Friday, February 3, 2012

That Queen Was Packin'

You know that Helen Mirren won the Oscar for her extraordinary performance as The Queen.  Heck, Helen Mirren won just about every prize but the NAACP Lifetime Achievement Award for that 2006 performance.
Did that know that before she played Her Majesty Queen Elizabeth II, Mirren was a hit woman?  In Shadowboxer, the first film directed by Lee Daniels, she was right on target as a hired assassin.
Mirren's Rose in Shadowboxer is a terminally ill woman on one last job.  Rose is also in a lusty romantic  relationship with a younger hired assassin played by Cuba Gooding Jr.
Did you know that director Lee Daniels originally wanted another woman who, like Mirren, has a Best Actress Academy Award nomination to her credit?  She's a singer whose records back in the 1960s & 70s were "number one with a bullet" on the Billboard charts.  The hired gun could've been played by Diana Ross.  But the Lady Sings the Blues Oscar nominee turned down the lead role in Lee Daniels' tale of death, birth and love.
Reviews for Shadowboxer were mixed and it got a weak reception at the box office.  We're in the age in which we've been beguiled into thinking that if a film doesn't get rave reviews and make Avatar money, it's got little in it worth watching.  C'mon.  When has Helen Mirren not been worth watching?  She's riveting as Rose.  I watched this film in 2005 and discovered that Mo'Nique was not just a comedian.  The former sitcom star slammed across an impressive dramatic perfomance as the woman trying to kick a drug addiction while she becomes romantically addicted to her doctor played by Joseph Gordon-Levitt.  Mo'Nique's Best Supporting Actress Oscar winning work in Precious, also directed by Lee Daniels, was a promise fulfilled if you saw her in Shadowboxer.
Stephen Dorff, good as a bad guy, must've caused the motion picture ratings board to have a minor meltdown with his full frontal nudity.  The scene in which Dorff shows "Bennie and the Jets" is just the kind of raw, rude, unexpected, true-to-the-character scene you find in -- and love about -- independent films.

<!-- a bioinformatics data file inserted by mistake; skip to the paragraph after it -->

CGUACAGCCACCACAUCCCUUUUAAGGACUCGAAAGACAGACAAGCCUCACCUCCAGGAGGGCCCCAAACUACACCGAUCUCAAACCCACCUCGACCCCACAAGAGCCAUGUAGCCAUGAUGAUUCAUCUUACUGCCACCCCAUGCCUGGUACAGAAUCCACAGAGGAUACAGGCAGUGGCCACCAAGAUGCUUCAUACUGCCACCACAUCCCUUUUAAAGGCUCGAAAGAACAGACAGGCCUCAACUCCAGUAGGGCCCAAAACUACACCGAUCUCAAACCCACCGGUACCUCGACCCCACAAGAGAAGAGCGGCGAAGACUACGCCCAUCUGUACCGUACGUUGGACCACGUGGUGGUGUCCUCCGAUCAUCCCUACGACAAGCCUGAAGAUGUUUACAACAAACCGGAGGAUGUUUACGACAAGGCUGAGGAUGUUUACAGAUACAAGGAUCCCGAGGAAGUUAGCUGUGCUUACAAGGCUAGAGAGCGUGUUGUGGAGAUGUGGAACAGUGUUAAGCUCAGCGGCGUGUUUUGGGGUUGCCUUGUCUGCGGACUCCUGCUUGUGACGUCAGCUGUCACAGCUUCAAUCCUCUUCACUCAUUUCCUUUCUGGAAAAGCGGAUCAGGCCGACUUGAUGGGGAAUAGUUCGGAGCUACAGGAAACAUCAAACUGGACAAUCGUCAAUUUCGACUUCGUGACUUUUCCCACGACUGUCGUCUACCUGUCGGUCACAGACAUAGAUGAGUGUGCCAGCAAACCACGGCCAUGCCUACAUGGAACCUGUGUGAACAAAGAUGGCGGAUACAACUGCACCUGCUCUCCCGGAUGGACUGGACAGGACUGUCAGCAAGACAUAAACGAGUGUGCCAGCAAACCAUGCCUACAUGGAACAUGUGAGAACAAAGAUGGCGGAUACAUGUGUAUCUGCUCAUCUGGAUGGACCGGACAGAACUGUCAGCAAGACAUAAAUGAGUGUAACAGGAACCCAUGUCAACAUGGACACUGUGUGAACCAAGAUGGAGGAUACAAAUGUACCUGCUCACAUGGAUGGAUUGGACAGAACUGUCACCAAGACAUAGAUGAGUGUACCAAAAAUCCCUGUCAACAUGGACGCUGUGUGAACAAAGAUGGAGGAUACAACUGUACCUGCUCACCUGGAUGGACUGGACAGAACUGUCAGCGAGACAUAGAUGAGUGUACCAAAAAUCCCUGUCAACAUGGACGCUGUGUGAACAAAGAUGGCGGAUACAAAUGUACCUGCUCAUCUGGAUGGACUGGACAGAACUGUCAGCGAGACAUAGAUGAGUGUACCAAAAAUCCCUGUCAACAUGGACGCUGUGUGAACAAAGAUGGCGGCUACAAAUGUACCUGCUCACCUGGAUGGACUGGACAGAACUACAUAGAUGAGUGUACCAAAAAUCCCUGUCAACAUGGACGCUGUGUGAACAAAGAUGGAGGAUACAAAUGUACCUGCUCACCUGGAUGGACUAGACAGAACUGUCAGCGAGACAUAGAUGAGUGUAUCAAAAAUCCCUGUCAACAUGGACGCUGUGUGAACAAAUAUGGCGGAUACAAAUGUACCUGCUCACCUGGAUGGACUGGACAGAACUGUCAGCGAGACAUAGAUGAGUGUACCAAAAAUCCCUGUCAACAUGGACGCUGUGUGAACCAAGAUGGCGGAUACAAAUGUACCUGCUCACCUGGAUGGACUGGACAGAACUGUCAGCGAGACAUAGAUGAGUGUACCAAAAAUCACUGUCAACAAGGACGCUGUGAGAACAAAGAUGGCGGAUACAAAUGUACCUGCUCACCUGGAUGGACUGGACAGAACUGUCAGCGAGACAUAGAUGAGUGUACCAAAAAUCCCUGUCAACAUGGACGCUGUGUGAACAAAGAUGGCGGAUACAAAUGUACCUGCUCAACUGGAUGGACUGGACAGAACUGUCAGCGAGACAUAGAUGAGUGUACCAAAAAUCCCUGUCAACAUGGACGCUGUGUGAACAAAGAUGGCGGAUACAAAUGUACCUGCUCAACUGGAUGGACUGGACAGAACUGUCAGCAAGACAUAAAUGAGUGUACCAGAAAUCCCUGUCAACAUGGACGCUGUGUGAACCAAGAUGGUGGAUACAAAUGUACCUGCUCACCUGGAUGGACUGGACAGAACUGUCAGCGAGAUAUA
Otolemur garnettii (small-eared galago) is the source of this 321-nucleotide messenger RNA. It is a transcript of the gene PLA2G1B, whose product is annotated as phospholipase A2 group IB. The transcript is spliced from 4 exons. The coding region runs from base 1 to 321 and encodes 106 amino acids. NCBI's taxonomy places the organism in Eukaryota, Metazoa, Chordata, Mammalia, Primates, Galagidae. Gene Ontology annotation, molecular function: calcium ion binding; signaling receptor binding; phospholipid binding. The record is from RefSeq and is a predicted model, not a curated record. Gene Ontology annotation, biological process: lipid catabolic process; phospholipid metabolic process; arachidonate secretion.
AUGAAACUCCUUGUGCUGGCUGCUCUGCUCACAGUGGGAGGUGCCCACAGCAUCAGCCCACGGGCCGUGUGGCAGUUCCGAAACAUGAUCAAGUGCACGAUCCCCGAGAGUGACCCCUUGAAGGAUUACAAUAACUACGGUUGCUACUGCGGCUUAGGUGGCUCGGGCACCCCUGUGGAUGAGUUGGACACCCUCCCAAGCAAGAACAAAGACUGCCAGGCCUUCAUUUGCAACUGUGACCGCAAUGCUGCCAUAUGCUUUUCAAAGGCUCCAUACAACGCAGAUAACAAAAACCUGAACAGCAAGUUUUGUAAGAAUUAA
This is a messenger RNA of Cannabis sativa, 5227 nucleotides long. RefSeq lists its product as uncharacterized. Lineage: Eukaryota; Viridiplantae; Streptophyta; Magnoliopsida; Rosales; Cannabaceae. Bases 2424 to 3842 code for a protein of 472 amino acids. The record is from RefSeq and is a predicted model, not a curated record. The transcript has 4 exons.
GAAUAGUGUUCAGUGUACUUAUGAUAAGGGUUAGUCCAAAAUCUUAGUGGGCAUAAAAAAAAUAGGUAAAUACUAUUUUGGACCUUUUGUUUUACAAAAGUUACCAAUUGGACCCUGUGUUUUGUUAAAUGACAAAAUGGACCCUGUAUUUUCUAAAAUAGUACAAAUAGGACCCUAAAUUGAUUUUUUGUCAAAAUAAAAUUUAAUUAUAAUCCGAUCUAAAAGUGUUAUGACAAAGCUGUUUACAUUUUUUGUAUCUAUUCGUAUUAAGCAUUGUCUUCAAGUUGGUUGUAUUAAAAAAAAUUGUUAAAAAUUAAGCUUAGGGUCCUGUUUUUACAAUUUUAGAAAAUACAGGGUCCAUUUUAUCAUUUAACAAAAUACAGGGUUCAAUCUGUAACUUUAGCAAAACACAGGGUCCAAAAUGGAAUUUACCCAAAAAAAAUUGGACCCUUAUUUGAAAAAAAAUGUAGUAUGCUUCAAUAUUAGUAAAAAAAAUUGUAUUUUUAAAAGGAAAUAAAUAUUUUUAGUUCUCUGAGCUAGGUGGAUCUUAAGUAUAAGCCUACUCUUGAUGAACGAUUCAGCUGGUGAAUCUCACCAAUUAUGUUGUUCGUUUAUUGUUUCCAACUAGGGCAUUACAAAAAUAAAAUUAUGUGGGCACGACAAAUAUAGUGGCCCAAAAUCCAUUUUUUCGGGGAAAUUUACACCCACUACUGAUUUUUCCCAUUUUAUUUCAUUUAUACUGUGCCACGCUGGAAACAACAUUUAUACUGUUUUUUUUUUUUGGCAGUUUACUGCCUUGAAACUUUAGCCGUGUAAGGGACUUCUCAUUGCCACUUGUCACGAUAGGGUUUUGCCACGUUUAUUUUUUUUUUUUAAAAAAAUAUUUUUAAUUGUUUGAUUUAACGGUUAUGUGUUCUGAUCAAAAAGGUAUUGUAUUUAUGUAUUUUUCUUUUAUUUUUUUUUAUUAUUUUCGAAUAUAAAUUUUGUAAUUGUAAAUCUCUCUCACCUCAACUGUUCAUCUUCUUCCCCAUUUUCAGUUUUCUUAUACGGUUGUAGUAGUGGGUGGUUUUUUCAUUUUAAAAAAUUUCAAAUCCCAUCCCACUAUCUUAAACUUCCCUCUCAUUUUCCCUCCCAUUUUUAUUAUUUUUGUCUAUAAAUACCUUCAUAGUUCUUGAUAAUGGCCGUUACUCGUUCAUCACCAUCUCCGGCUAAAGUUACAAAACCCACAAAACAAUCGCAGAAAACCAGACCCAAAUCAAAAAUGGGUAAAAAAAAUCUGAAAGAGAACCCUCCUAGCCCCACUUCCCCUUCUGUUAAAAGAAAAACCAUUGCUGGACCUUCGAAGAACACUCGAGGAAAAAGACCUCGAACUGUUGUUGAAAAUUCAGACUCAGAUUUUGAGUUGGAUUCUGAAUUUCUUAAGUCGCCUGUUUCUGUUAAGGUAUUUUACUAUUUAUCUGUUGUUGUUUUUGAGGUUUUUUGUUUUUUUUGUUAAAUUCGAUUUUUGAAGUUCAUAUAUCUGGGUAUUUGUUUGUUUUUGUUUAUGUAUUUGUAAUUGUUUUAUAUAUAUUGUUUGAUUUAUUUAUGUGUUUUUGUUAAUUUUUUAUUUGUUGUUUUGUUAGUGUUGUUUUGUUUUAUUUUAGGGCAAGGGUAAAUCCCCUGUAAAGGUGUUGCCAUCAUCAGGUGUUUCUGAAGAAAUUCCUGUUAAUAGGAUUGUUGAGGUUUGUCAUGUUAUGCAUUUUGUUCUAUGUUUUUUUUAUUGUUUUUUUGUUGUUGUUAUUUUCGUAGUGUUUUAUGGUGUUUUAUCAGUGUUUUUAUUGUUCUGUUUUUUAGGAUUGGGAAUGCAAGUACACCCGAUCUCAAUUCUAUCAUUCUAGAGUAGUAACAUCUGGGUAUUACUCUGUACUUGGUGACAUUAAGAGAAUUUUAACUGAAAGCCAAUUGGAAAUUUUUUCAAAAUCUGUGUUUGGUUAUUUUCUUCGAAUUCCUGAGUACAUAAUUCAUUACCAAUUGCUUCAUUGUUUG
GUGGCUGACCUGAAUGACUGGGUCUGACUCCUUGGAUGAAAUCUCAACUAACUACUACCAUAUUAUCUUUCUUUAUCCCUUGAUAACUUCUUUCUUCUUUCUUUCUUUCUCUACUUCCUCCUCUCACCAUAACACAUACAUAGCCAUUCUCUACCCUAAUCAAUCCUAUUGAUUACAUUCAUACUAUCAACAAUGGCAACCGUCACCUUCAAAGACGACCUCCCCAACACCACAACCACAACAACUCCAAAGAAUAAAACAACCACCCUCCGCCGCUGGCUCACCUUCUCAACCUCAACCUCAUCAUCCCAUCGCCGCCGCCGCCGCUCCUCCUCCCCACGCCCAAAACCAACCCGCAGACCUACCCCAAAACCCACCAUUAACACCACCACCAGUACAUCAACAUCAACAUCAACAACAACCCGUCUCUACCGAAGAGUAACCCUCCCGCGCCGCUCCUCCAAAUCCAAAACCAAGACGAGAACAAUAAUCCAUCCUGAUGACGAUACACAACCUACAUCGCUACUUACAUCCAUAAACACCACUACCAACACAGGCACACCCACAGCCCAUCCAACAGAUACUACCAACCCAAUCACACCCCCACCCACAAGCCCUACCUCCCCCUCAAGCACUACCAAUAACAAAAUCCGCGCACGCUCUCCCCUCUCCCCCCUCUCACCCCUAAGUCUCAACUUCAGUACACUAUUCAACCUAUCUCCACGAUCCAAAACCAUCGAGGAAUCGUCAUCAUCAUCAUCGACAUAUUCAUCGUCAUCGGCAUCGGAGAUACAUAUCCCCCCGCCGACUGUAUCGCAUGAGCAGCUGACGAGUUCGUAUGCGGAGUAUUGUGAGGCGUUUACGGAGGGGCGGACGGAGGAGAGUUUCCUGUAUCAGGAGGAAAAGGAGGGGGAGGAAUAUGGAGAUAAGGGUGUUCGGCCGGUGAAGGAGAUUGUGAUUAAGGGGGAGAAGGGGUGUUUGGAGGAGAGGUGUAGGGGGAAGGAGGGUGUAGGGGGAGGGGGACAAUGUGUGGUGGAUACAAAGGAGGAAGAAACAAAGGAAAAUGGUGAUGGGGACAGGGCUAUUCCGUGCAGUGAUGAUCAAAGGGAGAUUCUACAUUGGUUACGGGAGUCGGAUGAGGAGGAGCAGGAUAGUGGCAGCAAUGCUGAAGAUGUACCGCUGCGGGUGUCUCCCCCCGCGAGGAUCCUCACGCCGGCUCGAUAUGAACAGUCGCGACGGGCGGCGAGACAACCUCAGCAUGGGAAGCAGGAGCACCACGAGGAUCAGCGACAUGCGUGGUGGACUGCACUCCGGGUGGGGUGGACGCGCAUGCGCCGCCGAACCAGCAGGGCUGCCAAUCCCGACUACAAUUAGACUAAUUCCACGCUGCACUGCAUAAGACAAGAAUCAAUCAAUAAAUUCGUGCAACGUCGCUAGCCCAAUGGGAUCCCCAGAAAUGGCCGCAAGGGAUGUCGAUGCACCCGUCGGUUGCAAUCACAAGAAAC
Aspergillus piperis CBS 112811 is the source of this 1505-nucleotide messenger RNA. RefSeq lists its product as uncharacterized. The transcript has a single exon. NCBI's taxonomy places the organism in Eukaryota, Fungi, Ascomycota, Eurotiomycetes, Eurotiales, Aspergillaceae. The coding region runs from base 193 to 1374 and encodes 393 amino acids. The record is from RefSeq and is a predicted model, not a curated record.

Lee Daniels has talked about dealing with Dorff's dong and the motion picture ratings board.  You should see Kirby Dick's investigative documentary, This Film Is Not Yet Rated.  I loved that documentary. It's revealing, enlightening, infuriating and funny.  What's the history of the board?  Who are the board members that rate our films?  Filmmakers such as Kimberly Peirce (Boys Don't Cry), Darren Aronofsky (Requiem for a Dream) and Matt Stone (South Park: Bigger, Longer & Uncut and puppets having sex in Team America: World Police) join actors and critics in venting their frustration with the board.  It seems like it's easier for teen ticket buyers to see a naked woman getting stabbed in the breasts in a slasher film than it is to see a safe woman breast feed a baby because of our American movie ratings system.  You'll be surprised at how the ratings board handles breasts and penises.  The funny part of this documentary is the lesbian private investigators hired by Kirby Dick to track down the board members.  That's a movie in itself.
Shadowboxer may not have been a critical hit for Lee Daniels but Precious certainly was.  It brought him two Oscar nominations -- one as producer of a Best Picture of 2009 nominee and the other for Best Director.  Following John Singleton (Boyz n the Hood), Daniels became the second African American to be an Academy Award nominee for Best Director.

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